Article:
Robin Hood's appeal tested again at Cannes
Russell Crowe puts own stamp on long-standing H'wood roleCANNES -- If Robin Hood had never existed, Hollywood would have had to invent him.
In fact, whether or not there was an actual historical person behind the Robin Hood sung of in English ballads -- a matter of some debate -- the outlaw of Sherwood Forest owes his present-day celebrity to the big screen, beginning with Douglas Fairbanks' silent-era 1922 swashbuckler.
"America more or less hijacked Robin Hood at that point," says Thomas Hahn, a professor of English at the University of Rochester and Robin Hood scholar. "The movie took a local English folk hero and turned him into an international icon of popular culture."
Robin Hood's enduring appeal will be tested once again as the Festival de Cannes gets under way Wednesday with the world premiere of Ridley Scott's "Robin Hood," with Russell Crowe in the titular role of an archer in the employ of King Richard the Lionheart who takes up the cause of the common man against the British crown.
Crowe's Robin won't just be challenging King John, though. The New Zealand-born actor will also be measured against a commanding lineup of previous Robins: Errol Flynn's raffishly athletic turn in 1938's "The Adventures of Robin Hood," for many the quintessential Robin Hood movie; the 1952 Disney version "The Story of Robin Hood and his Merrie Men," starring the good-natured Richard Todd; Sean Connery's autumnal take on an aging Robin in 1976's "Robin and Marian"; the avenging action hero played by Kevin Costner in 1991's "Robin Hood: Prince of Thieves"; and even the insouciant Robin of Cary Elwes in Mel Brooks' 1993 parody "Robin Hood: Men in Tights."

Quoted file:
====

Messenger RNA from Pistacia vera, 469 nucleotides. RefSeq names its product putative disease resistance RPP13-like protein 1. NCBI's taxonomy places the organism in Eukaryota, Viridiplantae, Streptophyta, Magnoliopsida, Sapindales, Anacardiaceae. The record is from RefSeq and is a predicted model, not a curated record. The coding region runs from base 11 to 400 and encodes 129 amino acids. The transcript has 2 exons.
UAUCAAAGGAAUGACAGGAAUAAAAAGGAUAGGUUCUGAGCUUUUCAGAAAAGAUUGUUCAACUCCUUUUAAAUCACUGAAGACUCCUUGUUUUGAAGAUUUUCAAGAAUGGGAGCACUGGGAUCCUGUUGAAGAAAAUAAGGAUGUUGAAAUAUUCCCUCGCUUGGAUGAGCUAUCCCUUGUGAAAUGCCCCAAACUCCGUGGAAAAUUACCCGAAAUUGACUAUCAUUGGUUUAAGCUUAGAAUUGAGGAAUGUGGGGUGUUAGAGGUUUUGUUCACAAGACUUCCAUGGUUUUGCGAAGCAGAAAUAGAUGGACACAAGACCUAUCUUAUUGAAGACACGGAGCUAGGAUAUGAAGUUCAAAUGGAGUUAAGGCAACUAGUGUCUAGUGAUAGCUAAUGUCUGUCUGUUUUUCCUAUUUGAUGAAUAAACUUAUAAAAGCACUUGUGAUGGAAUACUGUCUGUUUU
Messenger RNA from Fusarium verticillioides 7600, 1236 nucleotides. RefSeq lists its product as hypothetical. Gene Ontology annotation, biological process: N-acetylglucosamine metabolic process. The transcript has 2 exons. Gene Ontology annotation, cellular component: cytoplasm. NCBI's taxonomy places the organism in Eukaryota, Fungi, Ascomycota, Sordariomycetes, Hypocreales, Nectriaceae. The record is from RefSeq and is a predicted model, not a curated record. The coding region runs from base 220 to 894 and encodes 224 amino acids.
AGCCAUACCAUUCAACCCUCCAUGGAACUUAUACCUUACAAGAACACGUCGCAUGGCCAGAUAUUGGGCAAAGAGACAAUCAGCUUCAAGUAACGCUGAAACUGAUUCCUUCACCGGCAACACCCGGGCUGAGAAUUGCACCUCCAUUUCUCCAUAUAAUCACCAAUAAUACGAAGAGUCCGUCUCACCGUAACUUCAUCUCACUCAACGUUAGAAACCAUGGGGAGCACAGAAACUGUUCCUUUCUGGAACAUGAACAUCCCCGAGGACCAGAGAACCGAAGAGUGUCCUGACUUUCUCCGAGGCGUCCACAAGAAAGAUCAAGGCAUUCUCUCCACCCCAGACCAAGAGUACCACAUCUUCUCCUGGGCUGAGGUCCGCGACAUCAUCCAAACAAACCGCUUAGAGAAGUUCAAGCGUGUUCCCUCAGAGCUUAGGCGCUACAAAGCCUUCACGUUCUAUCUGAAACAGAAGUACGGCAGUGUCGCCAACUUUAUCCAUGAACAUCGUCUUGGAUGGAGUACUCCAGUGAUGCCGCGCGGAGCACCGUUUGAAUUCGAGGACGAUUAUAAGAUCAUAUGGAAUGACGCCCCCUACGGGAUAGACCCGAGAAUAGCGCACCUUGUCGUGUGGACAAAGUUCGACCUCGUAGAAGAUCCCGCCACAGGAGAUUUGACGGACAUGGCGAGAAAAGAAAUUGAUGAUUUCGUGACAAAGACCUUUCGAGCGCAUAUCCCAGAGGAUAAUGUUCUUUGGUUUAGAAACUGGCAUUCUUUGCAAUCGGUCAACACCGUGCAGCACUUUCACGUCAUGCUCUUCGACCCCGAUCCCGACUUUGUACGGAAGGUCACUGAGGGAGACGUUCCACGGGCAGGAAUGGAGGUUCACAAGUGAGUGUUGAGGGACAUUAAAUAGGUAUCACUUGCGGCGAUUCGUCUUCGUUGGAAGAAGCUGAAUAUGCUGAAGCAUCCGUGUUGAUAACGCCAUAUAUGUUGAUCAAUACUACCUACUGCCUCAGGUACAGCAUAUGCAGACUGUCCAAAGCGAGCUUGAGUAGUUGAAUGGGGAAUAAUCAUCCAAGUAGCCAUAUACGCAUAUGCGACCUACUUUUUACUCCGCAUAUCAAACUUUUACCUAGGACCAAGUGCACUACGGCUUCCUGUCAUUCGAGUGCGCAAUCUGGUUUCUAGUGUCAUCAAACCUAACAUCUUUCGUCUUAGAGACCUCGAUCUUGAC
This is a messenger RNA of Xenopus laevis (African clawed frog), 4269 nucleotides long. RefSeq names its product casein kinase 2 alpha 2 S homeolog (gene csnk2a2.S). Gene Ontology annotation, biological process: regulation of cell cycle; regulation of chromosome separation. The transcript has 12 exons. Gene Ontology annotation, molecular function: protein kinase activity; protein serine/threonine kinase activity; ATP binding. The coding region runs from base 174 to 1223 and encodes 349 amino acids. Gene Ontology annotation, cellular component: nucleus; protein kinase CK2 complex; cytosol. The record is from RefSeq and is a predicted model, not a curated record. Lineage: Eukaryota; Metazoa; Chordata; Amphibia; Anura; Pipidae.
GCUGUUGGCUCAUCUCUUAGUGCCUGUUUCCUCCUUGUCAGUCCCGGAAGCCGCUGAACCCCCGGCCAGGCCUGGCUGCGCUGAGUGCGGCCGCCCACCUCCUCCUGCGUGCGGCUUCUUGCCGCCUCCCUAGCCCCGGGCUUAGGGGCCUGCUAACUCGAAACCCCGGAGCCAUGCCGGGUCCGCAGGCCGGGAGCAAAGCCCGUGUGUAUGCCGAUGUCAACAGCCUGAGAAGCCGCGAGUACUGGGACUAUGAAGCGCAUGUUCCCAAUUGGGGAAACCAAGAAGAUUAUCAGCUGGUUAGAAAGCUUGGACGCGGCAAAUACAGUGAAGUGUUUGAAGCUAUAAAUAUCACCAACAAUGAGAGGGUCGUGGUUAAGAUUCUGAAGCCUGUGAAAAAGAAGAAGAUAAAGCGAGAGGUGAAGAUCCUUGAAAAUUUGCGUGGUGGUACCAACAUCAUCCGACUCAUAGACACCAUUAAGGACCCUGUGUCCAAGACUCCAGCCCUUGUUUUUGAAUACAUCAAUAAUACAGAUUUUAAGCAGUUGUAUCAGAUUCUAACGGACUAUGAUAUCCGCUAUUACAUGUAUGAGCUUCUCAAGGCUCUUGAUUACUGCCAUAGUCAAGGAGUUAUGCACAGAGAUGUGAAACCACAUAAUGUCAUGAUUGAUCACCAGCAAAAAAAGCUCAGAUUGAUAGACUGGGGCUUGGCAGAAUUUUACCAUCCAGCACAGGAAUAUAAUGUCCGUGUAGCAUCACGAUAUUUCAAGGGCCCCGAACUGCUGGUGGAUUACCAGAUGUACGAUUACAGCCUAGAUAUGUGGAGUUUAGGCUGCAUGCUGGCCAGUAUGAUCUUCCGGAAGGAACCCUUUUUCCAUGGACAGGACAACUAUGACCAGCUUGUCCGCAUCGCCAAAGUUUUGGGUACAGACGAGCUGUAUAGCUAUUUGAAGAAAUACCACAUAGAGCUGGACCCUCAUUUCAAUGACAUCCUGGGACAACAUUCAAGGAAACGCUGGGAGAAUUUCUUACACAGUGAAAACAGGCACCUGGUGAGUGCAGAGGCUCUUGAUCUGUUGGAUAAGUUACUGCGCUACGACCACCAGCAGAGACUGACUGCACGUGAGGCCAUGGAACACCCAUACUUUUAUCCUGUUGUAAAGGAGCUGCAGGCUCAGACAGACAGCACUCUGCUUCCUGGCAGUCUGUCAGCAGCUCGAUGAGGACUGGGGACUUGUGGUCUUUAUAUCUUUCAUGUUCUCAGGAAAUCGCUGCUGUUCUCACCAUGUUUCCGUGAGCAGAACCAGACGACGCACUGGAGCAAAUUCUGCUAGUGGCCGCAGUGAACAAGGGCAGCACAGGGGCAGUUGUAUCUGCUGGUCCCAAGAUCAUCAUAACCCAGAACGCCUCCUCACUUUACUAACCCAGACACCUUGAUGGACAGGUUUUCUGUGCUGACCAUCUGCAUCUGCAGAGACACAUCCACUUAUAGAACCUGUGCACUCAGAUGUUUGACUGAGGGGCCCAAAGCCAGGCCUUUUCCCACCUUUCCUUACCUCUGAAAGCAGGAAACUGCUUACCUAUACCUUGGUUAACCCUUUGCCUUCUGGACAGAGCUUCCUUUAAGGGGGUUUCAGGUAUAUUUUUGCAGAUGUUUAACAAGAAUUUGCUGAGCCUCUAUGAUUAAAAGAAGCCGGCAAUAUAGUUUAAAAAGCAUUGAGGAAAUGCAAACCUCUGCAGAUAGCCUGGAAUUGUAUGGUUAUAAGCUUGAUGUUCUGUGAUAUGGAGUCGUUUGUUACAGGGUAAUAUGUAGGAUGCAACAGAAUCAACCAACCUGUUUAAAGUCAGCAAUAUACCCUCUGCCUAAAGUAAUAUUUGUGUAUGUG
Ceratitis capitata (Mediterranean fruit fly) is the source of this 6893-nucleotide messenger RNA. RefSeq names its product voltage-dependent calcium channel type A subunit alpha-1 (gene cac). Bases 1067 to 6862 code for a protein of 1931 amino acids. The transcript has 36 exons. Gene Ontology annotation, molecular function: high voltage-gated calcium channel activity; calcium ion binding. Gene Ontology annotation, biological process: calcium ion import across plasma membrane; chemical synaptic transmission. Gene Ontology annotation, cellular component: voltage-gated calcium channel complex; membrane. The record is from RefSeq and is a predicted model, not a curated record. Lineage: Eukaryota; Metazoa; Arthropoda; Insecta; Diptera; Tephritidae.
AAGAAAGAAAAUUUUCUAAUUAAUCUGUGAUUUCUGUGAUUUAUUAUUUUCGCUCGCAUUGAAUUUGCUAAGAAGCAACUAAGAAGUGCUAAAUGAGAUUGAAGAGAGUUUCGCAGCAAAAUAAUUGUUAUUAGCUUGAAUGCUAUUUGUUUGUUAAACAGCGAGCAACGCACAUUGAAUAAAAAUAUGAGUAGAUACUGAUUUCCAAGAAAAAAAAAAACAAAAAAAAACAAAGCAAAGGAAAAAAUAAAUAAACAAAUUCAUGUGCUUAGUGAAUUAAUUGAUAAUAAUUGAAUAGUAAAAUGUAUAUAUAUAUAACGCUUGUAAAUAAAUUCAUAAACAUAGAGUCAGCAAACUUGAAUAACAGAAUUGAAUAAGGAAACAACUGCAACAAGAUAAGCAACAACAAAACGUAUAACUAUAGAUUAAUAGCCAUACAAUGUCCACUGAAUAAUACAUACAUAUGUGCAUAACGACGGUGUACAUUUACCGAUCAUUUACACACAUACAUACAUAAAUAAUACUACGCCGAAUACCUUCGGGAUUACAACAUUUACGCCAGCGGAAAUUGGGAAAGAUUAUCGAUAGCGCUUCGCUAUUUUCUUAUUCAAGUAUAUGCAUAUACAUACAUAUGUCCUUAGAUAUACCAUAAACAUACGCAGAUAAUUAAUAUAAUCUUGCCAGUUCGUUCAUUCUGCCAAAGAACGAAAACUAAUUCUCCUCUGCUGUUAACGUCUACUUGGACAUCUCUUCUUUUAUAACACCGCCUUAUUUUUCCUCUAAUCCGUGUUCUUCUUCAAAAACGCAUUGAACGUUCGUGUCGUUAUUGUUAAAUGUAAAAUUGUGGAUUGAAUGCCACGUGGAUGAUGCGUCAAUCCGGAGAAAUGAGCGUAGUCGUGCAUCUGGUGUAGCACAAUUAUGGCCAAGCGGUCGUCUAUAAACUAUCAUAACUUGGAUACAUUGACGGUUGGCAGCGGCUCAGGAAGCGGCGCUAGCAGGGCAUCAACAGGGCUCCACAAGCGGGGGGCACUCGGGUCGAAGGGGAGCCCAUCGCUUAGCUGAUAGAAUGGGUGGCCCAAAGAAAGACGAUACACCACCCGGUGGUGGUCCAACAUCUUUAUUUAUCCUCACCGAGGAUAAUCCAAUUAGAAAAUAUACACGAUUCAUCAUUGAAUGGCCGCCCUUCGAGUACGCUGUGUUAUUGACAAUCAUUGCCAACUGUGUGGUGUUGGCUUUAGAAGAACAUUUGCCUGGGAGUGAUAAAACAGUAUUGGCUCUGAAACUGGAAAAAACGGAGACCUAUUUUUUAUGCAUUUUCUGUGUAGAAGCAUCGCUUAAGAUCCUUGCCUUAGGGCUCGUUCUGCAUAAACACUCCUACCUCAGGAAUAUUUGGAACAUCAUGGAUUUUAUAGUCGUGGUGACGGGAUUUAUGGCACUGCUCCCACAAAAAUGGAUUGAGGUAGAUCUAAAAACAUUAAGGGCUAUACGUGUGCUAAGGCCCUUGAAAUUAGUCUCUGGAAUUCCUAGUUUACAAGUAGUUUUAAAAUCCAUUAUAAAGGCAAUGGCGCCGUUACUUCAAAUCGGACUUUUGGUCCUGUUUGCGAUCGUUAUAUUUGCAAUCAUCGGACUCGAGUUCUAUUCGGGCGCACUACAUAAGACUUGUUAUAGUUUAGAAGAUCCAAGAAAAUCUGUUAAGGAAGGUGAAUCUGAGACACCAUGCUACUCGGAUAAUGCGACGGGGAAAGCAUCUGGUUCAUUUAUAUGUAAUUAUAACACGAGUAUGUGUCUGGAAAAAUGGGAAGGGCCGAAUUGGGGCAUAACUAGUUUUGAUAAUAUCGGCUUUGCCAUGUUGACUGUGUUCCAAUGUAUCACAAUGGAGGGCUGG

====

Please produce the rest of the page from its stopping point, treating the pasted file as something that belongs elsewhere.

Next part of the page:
Appearing on "The Oprah Winfrey Show" last month as he began his promotional rounds for the new film from Universal, Imagine Entertainment, Relativity and Scott Free Prods., Crowe explained, "We wanted to really understand where the mythology had started from, because obviously (during) the previous hundred years of cinema, we felt like the story had been reduced somewhat and people were expecting a series of what had come to be known as cliches -- cliches to the point where Mel Brooks makes a movie about it. You know you've gone too far when Mel Brooks makes a movie about your particular subject. ... (But) it just seemed to us that there was something intrinsic about the story. We should just wipe away that other stuff and get to the core."
Laughed Brooks in response, "I thought I closed the door on all the Robin Hoods. I guess it's an enduring legend -- good versus bad, evil gets its comeuppance, and it's a period piece so you don't have to worry about being sued by Enron."
For all the surface differences, the key Robin Hood movies -- forget the dozens of minor ones -- have all had plenty in common.
For one thing, they've attracted some of the biggest stars of their respective eras -- though, oddly enough, none of the best-known Robins have been played by actual Englishmen. Fairbanks was born in Denver; Flynn hailed from Tasmania, Australia; Connery was Scottish; and Southern California boy Kevin Costner was criticized for his American-inflected dialogue.